FAQs on Food Safety

Is the Food Safety Modernization Act Making Our Food Supply Safer?

people eatingWith much jubilation, the Food Safety Modernization Act (FSMA) was signed by President Obama on January 4, 2011.  It was the largest, most significant overhaul of the U.S. food safety system in more than 70 years.  Since FSMA became law, announcements of food recalls have continued via the news media, so you may be wondering if FSMA is actually helping to keep our food supply safer.  Perhaps you've been contacted (as I have) by an advocacy group begging recipients to call the President and urge him to take action to get rules related to the law out of committee and working for the public good. I researched the causes of the delay and asked the scientists on the Shelf Life Advice Advisory Board to comment on it and the current impact of the Act. Here's what I've learned.

FAQs about Mushrooms: Are they Very Dirty or Very Clean?

MushroomQ. I’ve read and been told that mushrooms are grown in a sterile environment. I’ve also read that they’re grown with manure. Considering the manure, how carefully must they be washed?  Are they quite clean or very dirty and full of pathogens? 


 Q. One box that I bought recommended transferring them to a paper bag before refrigerating. Is a paper bag better than the packaging they come in?  Why don’t they sell them in a paper bag if that’s a better container for them?


A.  Food scientist Dr. Luke LaBorde answers both questions as he describes how mushrooms are commercially grown and how best to care for them.

Would You—Should You—Do You--Eat Irradiated Food?

Radura A cheerful, optimistic scientist took me on a tour of his research lab, where he housed many lively chickens, all of whom seemed to be thriving on a diet of irradiated food.  They’d been eating it for about 2 years and were in good health and producing normal offspring.  I left the lab thinking that irradiated food—with almost no pathogens and a longer shelf life than untreated food—would be the wave of the future.  At that time, I was a student journalist at the University of Michigan (in Ann Arbor). The year was 1954.  Now, more than 50 years later, less than 1% of the food Americans eat is irradiated. Would we be better off if that percentage were higher?  If so, why are we shying away from this technology?  I asked our site’s Advisory Board scientists, as well as my computer, the answers to these and related questions. Their responses follow.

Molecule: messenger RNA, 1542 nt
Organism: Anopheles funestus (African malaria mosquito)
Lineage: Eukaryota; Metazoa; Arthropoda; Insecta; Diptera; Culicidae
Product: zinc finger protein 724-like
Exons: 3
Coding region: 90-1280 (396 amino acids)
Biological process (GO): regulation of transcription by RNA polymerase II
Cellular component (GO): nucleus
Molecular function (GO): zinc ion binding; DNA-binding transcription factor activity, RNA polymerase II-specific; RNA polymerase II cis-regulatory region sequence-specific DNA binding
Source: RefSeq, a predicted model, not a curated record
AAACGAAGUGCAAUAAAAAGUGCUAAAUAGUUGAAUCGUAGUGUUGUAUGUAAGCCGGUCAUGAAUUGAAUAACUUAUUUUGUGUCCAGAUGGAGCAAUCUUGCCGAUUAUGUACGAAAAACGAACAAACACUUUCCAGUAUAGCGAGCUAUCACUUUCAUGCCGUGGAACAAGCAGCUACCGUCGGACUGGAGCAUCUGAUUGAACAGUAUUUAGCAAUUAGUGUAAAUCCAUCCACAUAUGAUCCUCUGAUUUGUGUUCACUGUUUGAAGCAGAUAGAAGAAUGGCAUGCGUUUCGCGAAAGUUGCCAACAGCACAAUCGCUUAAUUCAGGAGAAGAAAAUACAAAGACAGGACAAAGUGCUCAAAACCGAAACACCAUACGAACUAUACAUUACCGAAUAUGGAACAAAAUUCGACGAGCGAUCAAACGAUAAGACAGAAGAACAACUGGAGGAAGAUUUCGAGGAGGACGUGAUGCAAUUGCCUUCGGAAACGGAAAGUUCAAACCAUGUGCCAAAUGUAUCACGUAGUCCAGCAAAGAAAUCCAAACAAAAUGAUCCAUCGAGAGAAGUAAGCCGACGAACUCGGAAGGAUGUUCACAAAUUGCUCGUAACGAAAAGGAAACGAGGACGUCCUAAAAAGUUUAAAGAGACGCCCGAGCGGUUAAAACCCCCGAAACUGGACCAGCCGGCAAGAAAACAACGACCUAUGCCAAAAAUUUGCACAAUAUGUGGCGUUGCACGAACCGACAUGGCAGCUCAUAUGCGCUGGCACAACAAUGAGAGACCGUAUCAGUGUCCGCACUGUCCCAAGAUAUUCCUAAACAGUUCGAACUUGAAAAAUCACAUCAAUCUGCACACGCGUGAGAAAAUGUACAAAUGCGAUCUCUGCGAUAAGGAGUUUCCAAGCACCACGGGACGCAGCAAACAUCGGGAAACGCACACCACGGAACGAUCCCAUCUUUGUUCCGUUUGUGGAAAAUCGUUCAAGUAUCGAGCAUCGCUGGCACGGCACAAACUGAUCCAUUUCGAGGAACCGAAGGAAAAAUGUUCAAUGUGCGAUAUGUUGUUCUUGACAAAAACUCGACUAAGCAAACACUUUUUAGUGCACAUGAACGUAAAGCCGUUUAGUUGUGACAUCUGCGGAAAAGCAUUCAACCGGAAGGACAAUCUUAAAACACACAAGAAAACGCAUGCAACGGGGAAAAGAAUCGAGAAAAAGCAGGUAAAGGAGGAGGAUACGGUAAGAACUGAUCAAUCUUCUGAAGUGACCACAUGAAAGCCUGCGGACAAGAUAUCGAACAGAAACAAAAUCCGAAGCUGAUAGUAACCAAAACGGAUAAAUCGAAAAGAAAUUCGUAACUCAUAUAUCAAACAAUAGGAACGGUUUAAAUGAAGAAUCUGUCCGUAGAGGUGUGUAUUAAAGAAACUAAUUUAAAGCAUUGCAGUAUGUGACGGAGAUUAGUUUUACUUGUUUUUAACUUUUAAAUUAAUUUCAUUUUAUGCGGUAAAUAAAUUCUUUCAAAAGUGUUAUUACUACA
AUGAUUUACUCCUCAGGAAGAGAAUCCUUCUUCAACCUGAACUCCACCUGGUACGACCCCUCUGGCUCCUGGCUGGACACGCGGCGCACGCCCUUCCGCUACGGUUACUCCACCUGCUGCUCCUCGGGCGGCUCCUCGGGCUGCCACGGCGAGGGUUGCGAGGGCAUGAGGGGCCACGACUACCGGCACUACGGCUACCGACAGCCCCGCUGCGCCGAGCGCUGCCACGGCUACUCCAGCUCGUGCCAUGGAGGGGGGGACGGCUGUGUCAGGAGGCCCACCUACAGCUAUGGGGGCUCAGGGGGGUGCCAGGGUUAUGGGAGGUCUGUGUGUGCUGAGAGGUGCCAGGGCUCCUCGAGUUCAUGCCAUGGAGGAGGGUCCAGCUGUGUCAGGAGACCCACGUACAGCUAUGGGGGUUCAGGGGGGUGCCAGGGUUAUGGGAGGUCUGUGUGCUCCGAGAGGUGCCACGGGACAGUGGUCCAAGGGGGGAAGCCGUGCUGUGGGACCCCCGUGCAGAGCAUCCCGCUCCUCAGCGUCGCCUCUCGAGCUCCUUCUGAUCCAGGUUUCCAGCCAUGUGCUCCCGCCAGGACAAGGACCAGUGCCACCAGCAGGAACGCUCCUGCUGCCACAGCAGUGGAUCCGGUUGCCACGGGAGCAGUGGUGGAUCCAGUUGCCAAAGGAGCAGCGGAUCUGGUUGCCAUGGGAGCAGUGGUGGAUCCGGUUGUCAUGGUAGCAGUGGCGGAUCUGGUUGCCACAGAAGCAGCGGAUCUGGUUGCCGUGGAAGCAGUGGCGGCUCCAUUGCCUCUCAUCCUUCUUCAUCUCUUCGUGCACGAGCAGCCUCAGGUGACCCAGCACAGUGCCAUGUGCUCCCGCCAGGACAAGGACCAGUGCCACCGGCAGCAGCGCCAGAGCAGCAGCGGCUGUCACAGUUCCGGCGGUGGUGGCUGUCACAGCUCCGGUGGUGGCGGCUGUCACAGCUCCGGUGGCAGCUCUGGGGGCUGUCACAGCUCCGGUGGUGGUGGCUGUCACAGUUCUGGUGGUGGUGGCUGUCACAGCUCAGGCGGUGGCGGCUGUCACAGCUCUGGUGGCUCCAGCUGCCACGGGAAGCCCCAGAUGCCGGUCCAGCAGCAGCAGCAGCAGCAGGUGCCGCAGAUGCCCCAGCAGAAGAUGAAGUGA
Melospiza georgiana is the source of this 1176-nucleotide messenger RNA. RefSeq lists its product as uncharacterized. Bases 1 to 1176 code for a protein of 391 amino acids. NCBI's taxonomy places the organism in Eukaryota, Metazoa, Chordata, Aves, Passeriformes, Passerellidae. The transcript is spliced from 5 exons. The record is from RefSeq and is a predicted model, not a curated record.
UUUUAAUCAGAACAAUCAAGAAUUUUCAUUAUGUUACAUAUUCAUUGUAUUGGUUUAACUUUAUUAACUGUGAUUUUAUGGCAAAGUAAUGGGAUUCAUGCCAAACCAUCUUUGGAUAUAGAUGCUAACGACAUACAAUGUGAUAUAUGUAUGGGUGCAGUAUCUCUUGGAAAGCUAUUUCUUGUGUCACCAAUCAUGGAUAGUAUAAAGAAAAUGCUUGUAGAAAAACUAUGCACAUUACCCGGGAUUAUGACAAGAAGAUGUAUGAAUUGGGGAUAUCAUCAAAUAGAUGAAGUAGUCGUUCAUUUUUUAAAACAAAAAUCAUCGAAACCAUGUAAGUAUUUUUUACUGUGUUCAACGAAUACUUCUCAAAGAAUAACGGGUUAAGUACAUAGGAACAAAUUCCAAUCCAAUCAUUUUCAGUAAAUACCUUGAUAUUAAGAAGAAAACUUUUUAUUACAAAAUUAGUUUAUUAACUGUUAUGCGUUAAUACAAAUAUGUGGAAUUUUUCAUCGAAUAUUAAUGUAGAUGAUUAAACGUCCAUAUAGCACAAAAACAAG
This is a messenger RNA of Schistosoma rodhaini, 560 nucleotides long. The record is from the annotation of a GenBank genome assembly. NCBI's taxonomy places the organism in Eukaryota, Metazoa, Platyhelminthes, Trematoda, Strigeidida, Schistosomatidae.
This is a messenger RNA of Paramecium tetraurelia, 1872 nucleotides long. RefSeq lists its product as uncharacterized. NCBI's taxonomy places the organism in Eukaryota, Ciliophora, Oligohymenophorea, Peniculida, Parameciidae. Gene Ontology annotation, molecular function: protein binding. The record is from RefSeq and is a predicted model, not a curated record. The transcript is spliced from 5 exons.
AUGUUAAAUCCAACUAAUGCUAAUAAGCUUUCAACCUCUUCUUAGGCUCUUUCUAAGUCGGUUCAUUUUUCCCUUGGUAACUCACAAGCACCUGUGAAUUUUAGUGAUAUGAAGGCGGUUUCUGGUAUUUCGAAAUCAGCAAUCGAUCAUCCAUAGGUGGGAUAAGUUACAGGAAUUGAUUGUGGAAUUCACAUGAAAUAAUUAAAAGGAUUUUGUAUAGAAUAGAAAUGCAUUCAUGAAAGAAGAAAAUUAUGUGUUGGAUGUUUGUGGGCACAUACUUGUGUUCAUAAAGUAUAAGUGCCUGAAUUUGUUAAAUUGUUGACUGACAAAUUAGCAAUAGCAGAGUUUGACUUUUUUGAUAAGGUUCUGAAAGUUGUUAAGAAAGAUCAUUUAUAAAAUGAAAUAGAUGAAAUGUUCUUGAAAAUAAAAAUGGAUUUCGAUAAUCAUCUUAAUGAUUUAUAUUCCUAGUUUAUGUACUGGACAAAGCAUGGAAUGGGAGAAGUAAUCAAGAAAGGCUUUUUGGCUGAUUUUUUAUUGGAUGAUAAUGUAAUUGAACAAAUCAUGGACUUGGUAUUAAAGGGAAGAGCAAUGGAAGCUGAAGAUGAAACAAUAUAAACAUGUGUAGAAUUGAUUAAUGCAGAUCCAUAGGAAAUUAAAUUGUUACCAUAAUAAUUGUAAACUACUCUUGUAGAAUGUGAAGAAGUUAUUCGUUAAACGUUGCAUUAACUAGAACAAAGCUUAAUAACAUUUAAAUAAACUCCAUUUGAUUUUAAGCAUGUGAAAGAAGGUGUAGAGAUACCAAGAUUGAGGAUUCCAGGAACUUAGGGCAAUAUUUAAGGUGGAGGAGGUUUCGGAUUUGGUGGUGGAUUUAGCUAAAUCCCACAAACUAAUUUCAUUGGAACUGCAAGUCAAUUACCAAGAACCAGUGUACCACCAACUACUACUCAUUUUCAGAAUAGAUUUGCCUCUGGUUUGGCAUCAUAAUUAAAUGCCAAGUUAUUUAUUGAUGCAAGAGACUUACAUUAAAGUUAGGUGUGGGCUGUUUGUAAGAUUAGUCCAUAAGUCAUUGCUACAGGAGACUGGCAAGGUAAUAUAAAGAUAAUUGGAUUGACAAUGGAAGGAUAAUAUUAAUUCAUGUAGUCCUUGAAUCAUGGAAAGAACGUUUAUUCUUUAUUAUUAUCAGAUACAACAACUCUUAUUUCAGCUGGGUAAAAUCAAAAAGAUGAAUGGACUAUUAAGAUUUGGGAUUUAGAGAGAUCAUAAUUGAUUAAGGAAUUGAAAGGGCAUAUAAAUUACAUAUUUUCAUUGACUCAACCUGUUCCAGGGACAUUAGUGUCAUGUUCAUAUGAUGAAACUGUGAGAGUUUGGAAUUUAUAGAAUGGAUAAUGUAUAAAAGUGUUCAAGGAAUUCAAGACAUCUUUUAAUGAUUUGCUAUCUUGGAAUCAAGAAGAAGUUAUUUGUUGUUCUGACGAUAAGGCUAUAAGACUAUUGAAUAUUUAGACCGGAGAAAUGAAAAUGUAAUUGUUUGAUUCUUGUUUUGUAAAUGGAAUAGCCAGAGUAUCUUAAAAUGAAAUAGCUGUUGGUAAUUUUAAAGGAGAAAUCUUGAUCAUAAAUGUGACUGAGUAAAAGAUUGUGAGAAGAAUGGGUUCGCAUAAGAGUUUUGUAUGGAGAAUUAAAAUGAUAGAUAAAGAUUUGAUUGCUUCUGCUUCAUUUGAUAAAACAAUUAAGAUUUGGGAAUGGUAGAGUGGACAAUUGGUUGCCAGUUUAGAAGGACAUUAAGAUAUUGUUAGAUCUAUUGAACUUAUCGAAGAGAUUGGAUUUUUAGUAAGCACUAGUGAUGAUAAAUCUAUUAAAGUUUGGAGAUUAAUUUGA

How Long Should Cheese Be Aged? Will the Rules Be Changed?

Cheese Both cheesemakers and foodies are wondering and worrying about what the FDA will do next. 

Since 2009, the agency has been studying the question of whether 60 days of aging is sufficient to make cheeses produced with unpasteurized (raw) milk safe.  The fear is that the government might

a) lengthen the aging time period

b) forbid the use of raw milk in certain types of cheeses or even

c) ban the use of raw milk in cheeses altogether.


Why would any of these actions be taken, and what would be lost as a result?

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